group-work

CCO, Public Domain, Pixabay, geralt 

Well, I got to admit it, I hate group work, and I realized I am not the only one. When I was a student, it never worked, and I felt the process and the result as being unfair. When my students have to do group work today I feel sorry for them. Last year, some of the really good students ended up with lower grades than they had achieved earlier in the course, and they were angry. They hated group work too.

With this course, the ONL, I have actually gained a new experience. Until this third part of the course, the learning in communities, I had not really realized that the whole course is based on group work. The reason I haven’t thought about it, I guess, is that everything has been so smooth. I had to ask myself why this group work has been so different then my earlier experiences.

When I read Anderson (2008), I realized that the ONL course is doing everything right, everything according to the book, this book. They follow all Anderson’s good advices on how to, not only make group work function, but also how this form of learning can actually be more rewarding than other forms of learning.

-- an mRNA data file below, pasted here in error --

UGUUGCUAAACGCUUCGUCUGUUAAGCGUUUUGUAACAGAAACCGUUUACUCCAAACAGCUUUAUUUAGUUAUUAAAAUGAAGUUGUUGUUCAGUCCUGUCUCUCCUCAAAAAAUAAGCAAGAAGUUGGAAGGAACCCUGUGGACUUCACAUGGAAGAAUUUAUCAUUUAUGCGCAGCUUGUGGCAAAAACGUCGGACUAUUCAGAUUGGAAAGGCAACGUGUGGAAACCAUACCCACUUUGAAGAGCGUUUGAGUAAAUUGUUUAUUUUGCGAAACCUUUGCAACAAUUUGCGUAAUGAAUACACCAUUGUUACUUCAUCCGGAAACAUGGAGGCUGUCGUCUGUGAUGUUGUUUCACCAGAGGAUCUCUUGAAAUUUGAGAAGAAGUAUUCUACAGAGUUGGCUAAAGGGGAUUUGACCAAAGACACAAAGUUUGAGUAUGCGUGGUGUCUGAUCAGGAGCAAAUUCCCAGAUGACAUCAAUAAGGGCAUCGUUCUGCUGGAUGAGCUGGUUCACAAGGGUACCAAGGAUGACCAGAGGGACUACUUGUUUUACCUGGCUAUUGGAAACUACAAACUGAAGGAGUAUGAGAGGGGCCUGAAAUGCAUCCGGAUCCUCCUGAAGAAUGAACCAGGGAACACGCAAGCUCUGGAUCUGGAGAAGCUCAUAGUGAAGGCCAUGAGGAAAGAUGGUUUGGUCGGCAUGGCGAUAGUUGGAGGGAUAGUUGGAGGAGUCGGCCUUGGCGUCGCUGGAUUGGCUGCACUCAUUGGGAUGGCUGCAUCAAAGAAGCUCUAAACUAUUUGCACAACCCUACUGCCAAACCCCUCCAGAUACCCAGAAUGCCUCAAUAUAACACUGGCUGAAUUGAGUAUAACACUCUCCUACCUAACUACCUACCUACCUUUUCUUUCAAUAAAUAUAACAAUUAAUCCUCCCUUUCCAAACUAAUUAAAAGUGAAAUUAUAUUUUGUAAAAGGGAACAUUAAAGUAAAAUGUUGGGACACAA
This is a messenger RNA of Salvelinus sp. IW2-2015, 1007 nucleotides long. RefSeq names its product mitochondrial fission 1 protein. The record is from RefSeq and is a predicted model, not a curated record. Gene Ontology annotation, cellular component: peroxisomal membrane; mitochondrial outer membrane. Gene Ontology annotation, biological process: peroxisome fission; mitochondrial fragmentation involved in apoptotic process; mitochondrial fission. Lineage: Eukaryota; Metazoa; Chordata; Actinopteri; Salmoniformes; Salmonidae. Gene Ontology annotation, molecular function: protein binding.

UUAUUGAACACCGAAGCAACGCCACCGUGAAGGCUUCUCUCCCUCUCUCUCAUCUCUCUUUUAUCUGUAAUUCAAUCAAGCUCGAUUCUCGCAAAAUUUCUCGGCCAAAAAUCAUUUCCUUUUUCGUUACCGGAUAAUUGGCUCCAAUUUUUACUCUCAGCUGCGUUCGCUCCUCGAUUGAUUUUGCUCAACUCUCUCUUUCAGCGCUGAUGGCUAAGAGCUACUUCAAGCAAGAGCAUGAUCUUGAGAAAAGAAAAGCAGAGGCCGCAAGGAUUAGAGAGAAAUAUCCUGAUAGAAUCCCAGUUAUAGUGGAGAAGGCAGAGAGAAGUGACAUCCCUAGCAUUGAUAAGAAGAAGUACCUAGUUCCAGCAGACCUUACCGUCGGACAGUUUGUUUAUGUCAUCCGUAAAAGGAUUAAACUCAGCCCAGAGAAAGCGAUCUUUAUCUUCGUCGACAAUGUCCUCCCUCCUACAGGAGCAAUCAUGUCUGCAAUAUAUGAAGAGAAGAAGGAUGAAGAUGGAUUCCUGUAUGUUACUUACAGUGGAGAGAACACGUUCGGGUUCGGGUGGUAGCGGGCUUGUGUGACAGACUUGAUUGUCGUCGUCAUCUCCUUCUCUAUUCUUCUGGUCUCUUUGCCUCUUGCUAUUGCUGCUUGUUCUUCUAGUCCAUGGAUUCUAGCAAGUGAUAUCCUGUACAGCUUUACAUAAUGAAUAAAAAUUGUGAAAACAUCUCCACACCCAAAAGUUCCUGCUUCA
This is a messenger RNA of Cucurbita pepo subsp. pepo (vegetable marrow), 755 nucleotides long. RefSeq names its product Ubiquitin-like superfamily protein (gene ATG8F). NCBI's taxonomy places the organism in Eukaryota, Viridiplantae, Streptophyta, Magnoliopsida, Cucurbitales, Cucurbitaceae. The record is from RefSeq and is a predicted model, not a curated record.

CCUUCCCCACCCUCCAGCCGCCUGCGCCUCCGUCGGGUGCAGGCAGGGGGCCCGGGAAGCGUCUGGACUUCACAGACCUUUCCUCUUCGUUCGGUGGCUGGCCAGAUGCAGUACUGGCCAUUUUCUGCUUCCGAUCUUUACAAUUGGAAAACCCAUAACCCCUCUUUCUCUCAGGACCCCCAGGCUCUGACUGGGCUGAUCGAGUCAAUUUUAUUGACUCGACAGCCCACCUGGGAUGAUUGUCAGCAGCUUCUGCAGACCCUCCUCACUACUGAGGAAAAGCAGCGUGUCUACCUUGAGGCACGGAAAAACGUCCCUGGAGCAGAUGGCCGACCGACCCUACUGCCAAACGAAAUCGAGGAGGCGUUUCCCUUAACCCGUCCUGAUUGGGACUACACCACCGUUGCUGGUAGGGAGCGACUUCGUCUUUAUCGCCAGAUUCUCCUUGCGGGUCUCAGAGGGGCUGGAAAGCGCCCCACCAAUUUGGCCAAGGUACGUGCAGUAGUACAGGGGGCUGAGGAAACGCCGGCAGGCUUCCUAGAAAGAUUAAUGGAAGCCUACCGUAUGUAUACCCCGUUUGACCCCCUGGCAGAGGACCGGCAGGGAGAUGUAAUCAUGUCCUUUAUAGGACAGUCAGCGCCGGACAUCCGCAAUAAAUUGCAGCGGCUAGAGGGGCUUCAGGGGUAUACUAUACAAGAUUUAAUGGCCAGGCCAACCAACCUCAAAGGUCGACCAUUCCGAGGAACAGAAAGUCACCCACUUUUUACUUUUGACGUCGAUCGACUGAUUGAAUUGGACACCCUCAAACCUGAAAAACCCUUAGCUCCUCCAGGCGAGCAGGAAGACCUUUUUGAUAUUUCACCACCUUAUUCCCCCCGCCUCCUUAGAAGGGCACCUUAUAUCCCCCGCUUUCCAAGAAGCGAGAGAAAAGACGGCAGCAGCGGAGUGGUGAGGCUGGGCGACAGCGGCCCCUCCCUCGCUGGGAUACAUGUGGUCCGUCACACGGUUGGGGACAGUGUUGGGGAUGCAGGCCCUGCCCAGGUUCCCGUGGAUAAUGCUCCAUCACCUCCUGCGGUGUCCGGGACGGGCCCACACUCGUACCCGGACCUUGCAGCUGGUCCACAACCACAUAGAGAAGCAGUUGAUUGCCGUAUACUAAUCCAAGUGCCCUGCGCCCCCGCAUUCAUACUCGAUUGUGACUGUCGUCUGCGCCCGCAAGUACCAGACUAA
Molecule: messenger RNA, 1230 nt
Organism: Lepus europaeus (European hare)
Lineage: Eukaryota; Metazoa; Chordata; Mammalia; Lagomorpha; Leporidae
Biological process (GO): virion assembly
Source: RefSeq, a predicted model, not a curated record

Anderson focuses on the teaching presence; on how to design and organize the learning experience; devising and implementing activities to encourage discourse between all participant and content of the course; and how to add expertise through direct instructions. Some examples on how this can be utilized is to:

“change the design role of many teachers from content creation to customization, application, and contextualization of learning sequences“

“mix right between opportunities for synchronous and asynchronous interaction and group and independent study activities”

“the teacher regularly reads and responds to student contributions and concerns, and constantly searches for ways to support understanding in the individual student, and the development of the learning community as a whole”

I also realized that some of my earlier bad experiences were due to my only experience with one of the two models for group work Anderson presents, the independent study model, while the ONL course is using the community of learning model.